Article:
A Parisian art dealer’s son and a young Louvre curator hunt for what the Nazis looted.A Parisian art dealer’s son and a young Louvre curator hunt for what the Nazis looted.
David Copperfield at least got to wonder if he would be the hero of his own life. Poor Max Berenzon doesn’t stand a chance.
The mild-mannered, naive son of a wealthy Parisian art dealer who boasts both Pablo Picasso and Henri Matisse among his clients, Max dreams of one day working side by side with his father. Dear old dad, however, announces that teenage Max doesn’t have the hunger and that he cannot “in good conscience” leave his only son the family business. Instead, he hires a promising Louvre curator named Rose Clement.
Max promptly gets a crush on the lovely 21-year-old, and spends much of the first half of Sara Houghteling’s debut novel, Pictures at an Exhibition, pursuing (without apparent success on either front) the affections of both Rose and his dad.
Then World War II puts a crushing end to both the Berenzons’ life of wealthy sophistication and Max’s desultory medical studies. The Jewish family spends the war hiding in a farmhouse cellar in the south of France.
When they return after the liberation of Paris in 1944, they discover that their home, gallery, and bank vault have been emptied of a fortune in paintings. Max vows to get them back for his father, although his initial efforts look more likely to damage himself than locate any art. Then, to his surprise, he discovers that Rose holds the key.
Today, anyone familiar with Lynn Nicolas’s history “The Rape of Europa” already knows who swiped the Berenzon collection. But Rose was determined that the pillaging of France’s Jewish art treasures by the Nazis wouldn’t go unrecorded. In a daring move, she remained at the Louvre throughout the Nazi occupation of Paris, turning herself “into a registry of lost art.”
She was able to let the Resistance know which train cars were loaded with looted masterpieces, so that they didn’t bomb them (and, near the end, could keep the trains from leaving France at all).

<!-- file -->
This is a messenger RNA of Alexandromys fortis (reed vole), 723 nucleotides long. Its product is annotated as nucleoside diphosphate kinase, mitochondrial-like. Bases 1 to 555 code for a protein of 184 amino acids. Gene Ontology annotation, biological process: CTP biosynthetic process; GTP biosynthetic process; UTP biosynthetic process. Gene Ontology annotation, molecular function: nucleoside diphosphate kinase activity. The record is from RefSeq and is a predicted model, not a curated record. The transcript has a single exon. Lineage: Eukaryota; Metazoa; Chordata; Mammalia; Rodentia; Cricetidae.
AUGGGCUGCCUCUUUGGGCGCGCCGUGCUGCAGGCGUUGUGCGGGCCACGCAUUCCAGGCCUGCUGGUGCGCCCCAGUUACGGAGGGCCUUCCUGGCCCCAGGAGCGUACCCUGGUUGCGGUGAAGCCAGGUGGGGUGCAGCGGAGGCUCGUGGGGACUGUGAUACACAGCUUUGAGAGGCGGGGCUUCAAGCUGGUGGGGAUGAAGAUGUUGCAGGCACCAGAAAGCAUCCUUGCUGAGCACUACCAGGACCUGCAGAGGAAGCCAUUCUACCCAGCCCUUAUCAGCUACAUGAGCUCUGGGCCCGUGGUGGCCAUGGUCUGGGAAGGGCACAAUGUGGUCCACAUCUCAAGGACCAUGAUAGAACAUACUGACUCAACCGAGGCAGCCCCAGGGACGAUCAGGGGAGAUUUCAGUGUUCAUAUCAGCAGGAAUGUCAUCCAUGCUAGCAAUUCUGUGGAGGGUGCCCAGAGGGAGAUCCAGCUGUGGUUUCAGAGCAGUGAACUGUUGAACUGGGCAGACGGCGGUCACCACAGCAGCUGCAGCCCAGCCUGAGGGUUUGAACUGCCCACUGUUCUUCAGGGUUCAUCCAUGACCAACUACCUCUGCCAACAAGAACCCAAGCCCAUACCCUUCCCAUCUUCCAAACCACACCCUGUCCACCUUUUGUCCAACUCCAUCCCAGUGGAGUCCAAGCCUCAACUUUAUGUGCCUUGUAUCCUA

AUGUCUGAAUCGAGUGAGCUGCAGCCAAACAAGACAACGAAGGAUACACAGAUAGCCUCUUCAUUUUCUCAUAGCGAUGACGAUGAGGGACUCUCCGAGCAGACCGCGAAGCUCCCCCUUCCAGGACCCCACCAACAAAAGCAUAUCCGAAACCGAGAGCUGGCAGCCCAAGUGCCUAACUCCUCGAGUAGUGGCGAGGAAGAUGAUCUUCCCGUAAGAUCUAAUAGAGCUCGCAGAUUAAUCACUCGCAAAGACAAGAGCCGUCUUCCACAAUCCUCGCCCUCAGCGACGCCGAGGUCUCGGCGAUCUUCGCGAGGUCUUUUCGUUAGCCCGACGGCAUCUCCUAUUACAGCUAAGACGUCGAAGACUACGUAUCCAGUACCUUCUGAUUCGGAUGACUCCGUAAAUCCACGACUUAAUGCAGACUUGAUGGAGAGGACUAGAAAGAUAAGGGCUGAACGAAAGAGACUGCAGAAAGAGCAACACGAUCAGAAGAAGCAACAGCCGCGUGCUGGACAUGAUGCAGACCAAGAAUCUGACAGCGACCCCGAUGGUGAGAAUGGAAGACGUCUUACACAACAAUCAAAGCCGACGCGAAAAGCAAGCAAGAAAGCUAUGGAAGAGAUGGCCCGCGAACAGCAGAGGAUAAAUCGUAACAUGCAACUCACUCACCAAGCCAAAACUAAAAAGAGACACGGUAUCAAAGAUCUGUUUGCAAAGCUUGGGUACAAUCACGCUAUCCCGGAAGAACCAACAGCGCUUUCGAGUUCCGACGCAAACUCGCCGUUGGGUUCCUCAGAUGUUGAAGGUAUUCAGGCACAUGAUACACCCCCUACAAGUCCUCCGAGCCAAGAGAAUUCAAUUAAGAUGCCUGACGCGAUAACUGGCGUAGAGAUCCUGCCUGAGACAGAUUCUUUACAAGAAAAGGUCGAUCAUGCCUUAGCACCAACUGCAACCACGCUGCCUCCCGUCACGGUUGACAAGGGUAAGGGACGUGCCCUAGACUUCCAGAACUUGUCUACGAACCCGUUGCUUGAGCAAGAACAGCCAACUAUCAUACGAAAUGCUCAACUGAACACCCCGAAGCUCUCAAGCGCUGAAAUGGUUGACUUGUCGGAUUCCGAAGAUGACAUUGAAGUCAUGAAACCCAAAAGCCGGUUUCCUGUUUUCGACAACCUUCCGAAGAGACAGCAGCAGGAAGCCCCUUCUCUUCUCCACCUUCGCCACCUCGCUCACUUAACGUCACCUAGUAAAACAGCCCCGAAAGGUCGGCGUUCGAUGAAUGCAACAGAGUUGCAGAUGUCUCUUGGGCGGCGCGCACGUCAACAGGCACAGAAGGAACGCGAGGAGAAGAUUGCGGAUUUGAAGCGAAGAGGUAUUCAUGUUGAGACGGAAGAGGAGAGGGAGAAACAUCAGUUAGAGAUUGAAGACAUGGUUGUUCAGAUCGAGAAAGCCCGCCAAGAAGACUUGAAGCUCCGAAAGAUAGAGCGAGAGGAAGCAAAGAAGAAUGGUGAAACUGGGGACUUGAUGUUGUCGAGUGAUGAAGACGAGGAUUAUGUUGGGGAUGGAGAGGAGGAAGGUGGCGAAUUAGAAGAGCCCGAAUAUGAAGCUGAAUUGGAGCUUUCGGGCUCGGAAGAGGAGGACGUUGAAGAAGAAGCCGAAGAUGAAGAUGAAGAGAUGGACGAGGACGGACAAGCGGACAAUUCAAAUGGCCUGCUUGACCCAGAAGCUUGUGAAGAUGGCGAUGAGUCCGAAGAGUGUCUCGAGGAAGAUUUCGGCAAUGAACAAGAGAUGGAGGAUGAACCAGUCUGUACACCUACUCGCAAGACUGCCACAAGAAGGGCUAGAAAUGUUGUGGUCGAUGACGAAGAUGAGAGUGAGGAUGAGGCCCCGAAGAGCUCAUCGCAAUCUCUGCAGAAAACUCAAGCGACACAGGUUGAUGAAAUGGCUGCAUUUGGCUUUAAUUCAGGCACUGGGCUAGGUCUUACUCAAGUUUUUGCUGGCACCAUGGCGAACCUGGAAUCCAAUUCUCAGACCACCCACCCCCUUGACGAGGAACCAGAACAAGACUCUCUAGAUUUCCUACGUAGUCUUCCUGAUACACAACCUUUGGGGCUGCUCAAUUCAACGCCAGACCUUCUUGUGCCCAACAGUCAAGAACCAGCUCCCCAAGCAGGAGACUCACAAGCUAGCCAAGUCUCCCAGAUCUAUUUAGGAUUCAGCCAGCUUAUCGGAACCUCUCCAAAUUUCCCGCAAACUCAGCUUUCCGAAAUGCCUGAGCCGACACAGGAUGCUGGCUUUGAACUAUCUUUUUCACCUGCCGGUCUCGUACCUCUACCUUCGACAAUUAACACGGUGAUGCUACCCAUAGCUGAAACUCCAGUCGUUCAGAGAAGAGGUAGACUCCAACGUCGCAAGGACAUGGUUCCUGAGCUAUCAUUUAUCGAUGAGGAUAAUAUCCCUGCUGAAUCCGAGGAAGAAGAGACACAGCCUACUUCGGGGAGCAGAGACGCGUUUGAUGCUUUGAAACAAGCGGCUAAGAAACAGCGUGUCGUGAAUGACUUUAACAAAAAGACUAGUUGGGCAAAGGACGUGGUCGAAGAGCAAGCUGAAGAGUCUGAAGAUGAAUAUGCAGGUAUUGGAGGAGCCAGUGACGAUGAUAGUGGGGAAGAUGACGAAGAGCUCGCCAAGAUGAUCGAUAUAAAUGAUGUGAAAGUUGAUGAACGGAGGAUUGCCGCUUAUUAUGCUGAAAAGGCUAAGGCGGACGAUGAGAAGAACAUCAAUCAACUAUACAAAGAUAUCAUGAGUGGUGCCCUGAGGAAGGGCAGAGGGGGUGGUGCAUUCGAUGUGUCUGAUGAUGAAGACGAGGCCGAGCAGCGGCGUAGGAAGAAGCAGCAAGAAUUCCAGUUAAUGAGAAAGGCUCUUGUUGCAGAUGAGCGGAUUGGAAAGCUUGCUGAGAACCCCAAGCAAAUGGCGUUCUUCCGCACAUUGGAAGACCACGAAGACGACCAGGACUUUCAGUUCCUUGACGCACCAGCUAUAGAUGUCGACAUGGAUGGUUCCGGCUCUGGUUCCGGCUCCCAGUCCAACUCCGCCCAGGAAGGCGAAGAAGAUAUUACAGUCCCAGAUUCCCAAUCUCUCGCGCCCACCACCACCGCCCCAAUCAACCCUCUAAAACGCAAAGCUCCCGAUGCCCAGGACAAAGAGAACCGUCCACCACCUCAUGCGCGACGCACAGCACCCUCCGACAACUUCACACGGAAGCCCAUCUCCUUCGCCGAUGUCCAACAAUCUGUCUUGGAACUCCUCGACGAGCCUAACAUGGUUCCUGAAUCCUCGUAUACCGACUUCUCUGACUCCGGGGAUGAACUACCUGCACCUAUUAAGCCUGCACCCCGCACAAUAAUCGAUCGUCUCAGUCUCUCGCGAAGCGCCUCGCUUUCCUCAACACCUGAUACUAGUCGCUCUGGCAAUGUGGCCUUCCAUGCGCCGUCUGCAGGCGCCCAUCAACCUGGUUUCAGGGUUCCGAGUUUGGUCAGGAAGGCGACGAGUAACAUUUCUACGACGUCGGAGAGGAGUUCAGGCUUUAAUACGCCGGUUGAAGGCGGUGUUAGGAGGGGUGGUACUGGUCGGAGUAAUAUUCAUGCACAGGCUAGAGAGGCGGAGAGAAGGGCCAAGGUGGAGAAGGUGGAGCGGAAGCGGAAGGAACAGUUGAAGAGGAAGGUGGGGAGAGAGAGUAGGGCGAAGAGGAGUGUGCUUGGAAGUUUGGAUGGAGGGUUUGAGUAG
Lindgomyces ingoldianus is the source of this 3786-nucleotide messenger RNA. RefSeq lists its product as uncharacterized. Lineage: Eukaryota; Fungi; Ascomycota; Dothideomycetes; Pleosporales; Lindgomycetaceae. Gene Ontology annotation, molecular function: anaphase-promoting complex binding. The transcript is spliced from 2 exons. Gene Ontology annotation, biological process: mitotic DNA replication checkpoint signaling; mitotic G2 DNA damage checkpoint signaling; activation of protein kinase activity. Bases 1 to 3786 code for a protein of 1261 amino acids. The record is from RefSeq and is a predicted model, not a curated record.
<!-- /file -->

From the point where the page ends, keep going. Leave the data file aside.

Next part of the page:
For years, Rose dreamed of returning the art to its rightful owners. “At the time, we could not grasp that this would be difficult for the most horrific of reasons,” she tells Max, who is still besotted with her despite the shorn hair and male uniforms she adopted to avoid attention from German soldiers.
Thanks to memory exercises his father did with him every night, Max has a mental catalog of every painting ever sold by the Berenzon Gallery. But concrete proof would be unobtainable were it not for Rose, who nonetheless feels her years of undercover work were almost futile.
“My life is a life of negativity,” she tells Max. “I see my future in negatives, a future of what I did not do, what I did not find, what I could not explain, what I could not answer.”
The novel gets its title from the famous symphony by Mussorgsky, which, appropriately enough, immortalizes vanished artwork. And Houghteling has done her research: Most of the paintings Max is searching for in the novel are still missing today.
But when the novel veers outside the realm of art, it struggles. A subplot involving a concentration camp survivor who takes in Max is awkwardly woven in, and another one involving a family secret behind a Manet still life feels rushed in at the end.
Also, Rose – modeled after the real-life Rose Valland – is simply the most compelling character in “Pictures at an Exhibition,” and the plot gets muddled in an effort to keep the focus on Max.
For example, the book essentially skips World War II. That decision makes sense on a historical level, because Max and his family likely would not have survived had they stayed in Paris. But the suspense gets sucked out of the novel faster than a Slurpee through a crazy straw by having Rose detail her heroics after the fact.
At times, the novel reads like a history lesson, as Rose tries to compress the Nazis’ systematic looting into three or four pages of exposition.
While she isn’t yet in firm control of the fictional aspects of her story, Houghteling is an intelligent writer with a command of her chosen historical corner. She does an excellent job of portraying the varying degrees of complicity of Paris’s remaining art dealers and leads a reader with a sure hand through that closed and rarified world. Also, Max’s misadventure-laden efforts to retrieve his father’s paintings hold a reader’s attention and remain grounded enough to avoid thriller territory.
As Houghteling writes in an afterword, even though Rose Valland was a valiant, stubborn woman whose heroics won her the Legion of Honor, her autobiography is out of print and, by the end of her life, she was brushed aside by a society eager to “forget the past.”
“Pictures at an Exhibition” offers readers a chance to get to know her, if only from a distance. I just wish it had put her front and center.
Yvonne Zipp regularly reviews fiction for the Monitor.